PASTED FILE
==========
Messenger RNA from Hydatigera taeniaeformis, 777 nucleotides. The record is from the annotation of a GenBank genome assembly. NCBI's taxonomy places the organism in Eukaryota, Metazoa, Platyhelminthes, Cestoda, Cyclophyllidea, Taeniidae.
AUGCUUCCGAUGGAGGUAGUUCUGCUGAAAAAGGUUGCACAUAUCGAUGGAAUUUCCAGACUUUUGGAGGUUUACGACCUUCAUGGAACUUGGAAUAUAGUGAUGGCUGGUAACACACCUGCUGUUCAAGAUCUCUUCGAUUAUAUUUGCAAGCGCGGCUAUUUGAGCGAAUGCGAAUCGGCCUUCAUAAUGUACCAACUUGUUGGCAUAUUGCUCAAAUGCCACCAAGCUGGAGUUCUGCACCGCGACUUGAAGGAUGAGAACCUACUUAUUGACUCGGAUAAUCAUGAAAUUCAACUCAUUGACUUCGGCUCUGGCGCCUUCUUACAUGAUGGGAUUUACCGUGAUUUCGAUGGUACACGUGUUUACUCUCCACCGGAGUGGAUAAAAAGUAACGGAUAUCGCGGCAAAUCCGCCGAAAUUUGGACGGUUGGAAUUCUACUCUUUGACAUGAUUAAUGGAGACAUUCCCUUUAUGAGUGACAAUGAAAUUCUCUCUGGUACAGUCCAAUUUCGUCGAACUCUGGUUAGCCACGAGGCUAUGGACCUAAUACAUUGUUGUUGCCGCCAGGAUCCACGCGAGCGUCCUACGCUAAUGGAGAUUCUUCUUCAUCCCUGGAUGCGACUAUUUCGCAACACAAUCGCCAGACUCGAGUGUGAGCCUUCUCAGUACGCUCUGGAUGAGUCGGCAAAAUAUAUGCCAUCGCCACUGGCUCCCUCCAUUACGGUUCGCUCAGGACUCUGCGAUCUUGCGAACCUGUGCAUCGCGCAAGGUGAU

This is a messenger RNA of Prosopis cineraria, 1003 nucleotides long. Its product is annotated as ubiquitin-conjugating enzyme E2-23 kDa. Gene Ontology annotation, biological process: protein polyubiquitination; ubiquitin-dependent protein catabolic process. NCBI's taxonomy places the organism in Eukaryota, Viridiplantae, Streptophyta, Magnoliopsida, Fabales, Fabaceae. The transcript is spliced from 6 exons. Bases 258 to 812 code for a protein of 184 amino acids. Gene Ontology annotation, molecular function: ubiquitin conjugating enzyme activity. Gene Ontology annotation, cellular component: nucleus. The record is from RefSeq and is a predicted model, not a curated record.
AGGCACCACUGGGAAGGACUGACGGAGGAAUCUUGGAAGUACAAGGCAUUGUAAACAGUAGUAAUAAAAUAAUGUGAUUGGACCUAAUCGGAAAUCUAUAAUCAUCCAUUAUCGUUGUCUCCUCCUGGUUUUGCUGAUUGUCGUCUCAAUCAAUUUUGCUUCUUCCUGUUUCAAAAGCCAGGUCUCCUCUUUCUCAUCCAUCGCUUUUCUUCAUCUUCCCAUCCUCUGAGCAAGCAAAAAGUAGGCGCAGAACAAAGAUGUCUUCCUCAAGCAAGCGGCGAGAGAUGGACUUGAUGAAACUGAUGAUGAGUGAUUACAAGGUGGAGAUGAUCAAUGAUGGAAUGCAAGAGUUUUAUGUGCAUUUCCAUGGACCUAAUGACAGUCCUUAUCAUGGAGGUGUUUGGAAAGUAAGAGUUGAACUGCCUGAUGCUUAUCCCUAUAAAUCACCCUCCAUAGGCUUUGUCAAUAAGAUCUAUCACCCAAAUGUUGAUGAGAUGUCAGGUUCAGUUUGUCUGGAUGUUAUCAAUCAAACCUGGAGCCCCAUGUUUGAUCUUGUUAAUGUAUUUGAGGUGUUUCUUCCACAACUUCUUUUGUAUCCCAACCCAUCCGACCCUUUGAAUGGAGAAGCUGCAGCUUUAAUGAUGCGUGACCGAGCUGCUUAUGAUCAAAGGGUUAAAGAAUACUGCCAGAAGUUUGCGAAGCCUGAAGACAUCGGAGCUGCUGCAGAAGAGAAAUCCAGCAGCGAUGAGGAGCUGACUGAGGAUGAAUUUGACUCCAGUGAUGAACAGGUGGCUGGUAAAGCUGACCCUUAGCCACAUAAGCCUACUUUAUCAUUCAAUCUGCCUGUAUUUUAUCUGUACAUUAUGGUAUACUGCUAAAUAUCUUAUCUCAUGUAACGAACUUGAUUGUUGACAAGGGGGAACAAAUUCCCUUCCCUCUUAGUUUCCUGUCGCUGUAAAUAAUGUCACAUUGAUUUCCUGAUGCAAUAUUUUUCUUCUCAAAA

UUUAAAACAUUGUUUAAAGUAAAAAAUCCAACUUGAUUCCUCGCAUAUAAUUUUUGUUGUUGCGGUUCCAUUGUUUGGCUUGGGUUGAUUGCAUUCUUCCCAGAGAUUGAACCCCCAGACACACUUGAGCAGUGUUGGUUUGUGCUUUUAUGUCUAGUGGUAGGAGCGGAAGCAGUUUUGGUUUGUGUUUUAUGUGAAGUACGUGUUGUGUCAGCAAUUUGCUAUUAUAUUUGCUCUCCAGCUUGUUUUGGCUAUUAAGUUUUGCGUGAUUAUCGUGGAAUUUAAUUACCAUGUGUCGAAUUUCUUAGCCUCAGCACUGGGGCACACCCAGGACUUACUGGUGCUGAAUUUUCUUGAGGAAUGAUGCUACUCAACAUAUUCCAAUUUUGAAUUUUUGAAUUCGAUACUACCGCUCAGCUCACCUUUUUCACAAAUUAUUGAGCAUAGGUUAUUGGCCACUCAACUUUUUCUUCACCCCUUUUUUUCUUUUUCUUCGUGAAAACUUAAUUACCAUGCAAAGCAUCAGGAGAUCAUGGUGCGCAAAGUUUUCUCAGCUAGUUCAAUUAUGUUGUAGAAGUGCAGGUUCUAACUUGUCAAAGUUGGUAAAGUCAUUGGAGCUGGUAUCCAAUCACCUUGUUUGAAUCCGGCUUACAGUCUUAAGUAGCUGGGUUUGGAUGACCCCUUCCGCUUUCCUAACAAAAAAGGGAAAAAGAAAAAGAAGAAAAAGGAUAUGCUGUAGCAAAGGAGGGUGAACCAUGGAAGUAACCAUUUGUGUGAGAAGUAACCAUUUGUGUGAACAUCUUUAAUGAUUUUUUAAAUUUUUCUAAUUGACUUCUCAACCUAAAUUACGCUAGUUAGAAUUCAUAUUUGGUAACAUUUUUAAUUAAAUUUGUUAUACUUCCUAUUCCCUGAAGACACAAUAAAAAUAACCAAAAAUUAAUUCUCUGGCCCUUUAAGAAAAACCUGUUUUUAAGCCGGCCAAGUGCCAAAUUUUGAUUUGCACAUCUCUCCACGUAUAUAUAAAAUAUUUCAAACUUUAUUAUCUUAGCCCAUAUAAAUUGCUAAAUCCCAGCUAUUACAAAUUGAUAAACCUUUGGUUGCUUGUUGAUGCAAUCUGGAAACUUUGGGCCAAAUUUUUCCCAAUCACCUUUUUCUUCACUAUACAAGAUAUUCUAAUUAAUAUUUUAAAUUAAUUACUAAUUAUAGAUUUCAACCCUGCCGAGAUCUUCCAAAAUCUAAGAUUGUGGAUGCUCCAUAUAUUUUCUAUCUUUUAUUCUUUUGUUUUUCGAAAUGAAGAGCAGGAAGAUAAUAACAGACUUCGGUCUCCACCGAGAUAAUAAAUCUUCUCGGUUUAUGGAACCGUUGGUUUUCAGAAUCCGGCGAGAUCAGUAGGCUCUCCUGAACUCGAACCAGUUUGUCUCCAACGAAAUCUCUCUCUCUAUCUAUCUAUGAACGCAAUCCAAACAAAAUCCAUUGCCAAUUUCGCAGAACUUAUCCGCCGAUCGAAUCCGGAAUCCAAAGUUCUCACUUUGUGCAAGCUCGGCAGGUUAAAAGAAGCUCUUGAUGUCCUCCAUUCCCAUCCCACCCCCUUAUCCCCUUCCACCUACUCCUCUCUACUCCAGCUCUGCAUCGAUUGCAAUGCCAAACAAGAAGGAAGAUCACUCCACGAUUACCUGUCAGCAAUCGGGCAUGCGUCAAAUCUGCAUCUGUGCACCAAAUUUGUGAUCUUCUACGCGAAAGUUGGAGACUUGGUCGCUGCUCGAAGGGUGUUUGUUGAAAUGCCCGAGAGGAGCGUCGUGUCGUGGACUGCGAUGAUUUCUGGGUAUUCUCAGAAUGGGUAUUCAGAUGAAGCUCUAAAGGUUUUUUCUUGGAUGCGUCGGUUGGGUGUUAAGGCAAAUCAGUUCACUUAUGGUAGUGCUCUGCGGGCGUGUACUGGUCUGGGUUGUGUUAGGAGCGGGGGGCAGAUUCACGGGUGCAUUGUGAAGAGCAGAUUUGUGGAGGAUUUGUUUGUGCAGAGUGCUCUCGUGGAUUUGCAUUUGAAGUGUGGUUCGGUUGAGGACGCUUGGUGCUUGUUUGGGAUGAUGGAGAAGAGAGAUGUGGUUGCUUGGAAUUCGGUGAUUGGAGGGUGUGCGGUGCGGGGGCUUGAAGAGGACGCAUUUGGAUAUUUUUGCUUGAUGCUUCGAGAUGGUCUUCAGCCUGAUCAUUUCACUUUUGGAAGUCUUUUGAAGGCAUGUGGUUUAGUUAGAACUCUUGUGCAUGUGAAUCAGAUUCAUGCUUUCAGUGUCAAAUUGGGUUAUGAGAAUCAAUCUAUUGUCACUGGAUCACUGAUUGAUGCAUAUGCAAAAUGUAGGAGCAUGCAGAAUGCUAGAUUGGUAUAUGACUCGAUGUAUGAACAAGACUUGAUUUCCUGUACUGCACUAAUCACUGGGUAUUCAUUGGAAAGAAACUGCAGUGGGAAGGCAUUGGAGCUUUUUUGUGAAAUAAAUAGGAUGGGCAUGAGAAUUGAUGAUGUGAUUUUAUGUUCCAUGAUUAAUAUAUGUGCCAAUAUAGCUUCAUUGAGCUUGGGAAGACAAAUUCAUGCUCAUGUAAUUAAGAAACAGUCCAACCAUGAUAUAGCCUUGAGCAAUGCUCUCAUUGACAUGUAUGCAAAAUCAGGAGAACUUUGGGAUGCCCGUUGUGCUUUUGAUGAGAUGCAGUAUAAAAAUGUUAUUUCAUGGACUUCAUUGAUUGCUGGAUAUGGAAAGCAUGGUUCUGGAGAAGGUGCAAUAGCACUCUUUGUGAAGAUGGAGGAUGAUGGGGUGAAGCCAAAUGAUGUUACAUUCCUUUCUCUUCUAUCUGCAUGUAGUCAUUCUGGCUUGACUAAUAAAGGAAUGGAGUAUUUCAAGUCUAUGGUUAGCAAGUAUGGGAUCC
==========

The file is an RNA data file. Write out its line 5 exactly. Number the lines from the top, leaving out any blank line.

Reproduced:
UUUAAAACAUUGUUUAAAGUAAAAAAUCCAACUUGAUUCCUCGCAUAUAAUUUUUGUUGUUGCGGUUCCAUUGUUUGGCUUGGGUUGAUUGCAUUCUUCCCAGAGAUUGAACCCCCAGACACACUUGAGCAGUGUUGGUUUGUGCUUUUAUGUCUAGUGGUAGGAGCGGAAGCAGUUUUGGUUUGUGUUUUAUGUGAAGUACGUGUUGUGUCAGCAAUUUGCUAUUAUAUUUGCUCUCCAGCUUGUUUUGGCUAUUAAGUUUUGCGUGAUUAUCGUGGAAUUUAAUUACCAUGUGUCGAAUUUCUUAGCCUCAGCACUGGGGCACACCCAGGACUUACUGGUGCUGAAUUUUCUUGAGGAAUGAUGCUACUCAACAUAUUCCAAUUUUGAAUUUUUGAAUUCGAUACUACCGCUCAGCUCACCUUUUUCACAAAUUAUUGAGCAUAGGUUAUUGGCCACUCAACUUUUUCUUCACCCCUUUUUUUCUUUUUCUUCGUGAAAACUUAAUUACCAUGCAAAGCAUCAGGAGAUCAUGGUGCGCAAAGUUUUCUCAGCUAGUUCAAUUAUGUUGUAGAAGUGCAGGUUCUAACUUGUCAAAGUUGGUAAAGUCAUUGGAGCUGGUAUCCAAUCACCUUGUUUGAAUCCGGCUUACAGUCUUAAGUAGCUGGGUUUGGAUGACCCCUUCCGCUUUCCUAACAAAAAAGGGAAAAAGAAAAAGAAGAAAAAGGAUAUGCUGUAGCAAAGGAGGGUGAACCAUGGAAGUAACCAUUUGUGUGAGAAGUAACCAUUUGUGUGAACAUCUUUAAUGAUUUUUUAAAUUUUUCUAAUUGACUUCUCAACCUAAAUUACGCUAGUUAGAAUUCAUAUUUGGUAACAUUUUUAAUUAAAUUUGUUAUACUUCCUAUUCCCUGAAGACACAAUAAAAAUAACCAAAAAUUAAUUCUCUGGCCCUUUAAGAAAAACCUGUUUUUAAGCCGGCCAAGUGCCAAAUUUUGAUUUGCACAUCUCUCCACGUAUAUAUAAAAUAUUUCAAACUUUAUUAUCUUAGCCCAUAUAAAUUGCUAAAUCCCAGCUAUUACAAAUUGAUAAACCUUUGGUUGCUUGUUGAUGCAAUCUGGAAACUUUGGGCCAAAUUUUUCCCAAUCACCUUUUUCUUCACUAUACAAGAUAUUCUAAUUAAUAUUUUAAAUUAAUUACUAAUUAUAGAUUUCAACCCUGCCGAGAUCUUCCAAAAUCUAAGAUUGUGGAUGCUCCAUAUAUUUUCUAUCUUUUAUUCUUUUGUUUUUCGAAAUGAAGAGCAGGAAGAUAAUAACAGACUUCGGUCUCCACCGAGAUAAUAAAUCUUCUCGGUUUAUGGAACCGUUGGUUUUCAGAAUCCGGCGAGAUCAGUAGGCUCUCCUGAACUCGAACCAGUUUGUCUCCAACGAAAUCUCUCUCUCUAUCUAUCUAUGAACGCAAUCCAAACAAAAUCCAUUGCCAAUUUCGCAGAACUUAUCCGCCGAUCGAAUCCGGAAUCCAAAGUUCUCACUUUGUGCAAGCUCGGCAGGUUAAAAGAAGCUCUUGAUGUCCUCCAUUCCCAUCCCACCCCCUUAUCCCCUUCCACCUACUCCUCUCUACUCCAGCUCUGCAUCGAUUGCAAUGCCAAACAAGAAGGAAGAUCACUCCACGAUUACCUGUCAGCAAUCGGGCAUGCGUCAAAUCUGCAUCUGUGCACCAAAUUUGUGAUCUUCUACGCGAAAGUUGGAGACUUGGUCGCUGCUCGAAGGGUGUUUGUUGAAAUGCCCGAGAGGAGCGUCGUGUCGUGGACUGCGAUGAUUUCUGGGUAUUCUCAGAAUGGGUAUUCAGAUGAAGCUCUAAAGGUUUUUUCUUGGAUGCGUCGGUUGGGUGUUAAGGCAAAUCAGUUCACUUAUGGUAGUGCUCUGCGGGCGUGUACUGGUCUGGGUUGUGUUAGGAGCGGGGGGCAGAUUCACGGGUGCAUUGUGAAGAGCAGAUUUGUGGAGGAUUUGUUUGUGCAGAGUGCUCUCGUGGAUUUGCAUUUGAAGUGUGGUUCGGUUGAGGACGCUUGGUGCUUGUUUGGGAUGAUGGAGAAGAGAGAUGUGGUUGCUUGGAAUUCGGUGAUUGGAGGGUGUGCGGUGCGGGGGCUUGAAGAGGACGCAUUUGGAUAUUUUUGCUUGAUGCUUCGAGAUGGUCUUCAGCCUGAUCAUUUCACUUUUGGAAGUCUUUUGAAGGCAUGUGGUUUAGUUAGAACUCUUGUGCAUGUGAAUCAGAUUCAUGCUUUCAGUGUCAAAUUGGGUUAUGAGAAUCAAUCUAUUGUCACUGGAUCACUGAUUGAUGCAUAUGCAAAAUGUAGGAGCAUGCAGAAUGCUAGAUUGGUAUAUGACUCGAUGUAUGAACAAGACUUGAUUUCCUGUACUGCACUAAUCACUGGGUAUUCAUUGGAAAGAAACUGCAGUGGGAAGGCAUUGGAGCUUUUUUGUGAAAUAAAUAGGAUGGGCAUGAGAAUUGAUGAUGUGAUUUUAUGUUCCAUGAUUAAUAUAUGUGCCAAUAUAGCUUCAUUGAGCUUGGGAAGACAAAUUCAUGCUCAUGUAAUUAAGAAACAGUCCAACCAUGAUAUAGCCUUGAGCAAUGCUCUCAUUGACAUGUAUGCAAAAUCAGGAGAACUUUGGGAUGCCCGUUGUGCUUUUGAUGAGAUGCAGUAUAAAAAUGUUAUUUCAUGGACUUCAUUGAUUGCUGGAUAUGGAAAGCAUGGUUCUGGAGAAGGUGCAAUAGCACUCUUUGUGAAGAUGGAGGAUGAUGGGGUGAAGCCAAAUGAUGUUACAUUCCUUUCUCUUCUAUCUGCAUGUAGUCAUUCUGGCUUGACUAAUAAAGGAAUGGAGUAUUUCAAGUCUAUGGUUAGCAAGUAUGGGAUCC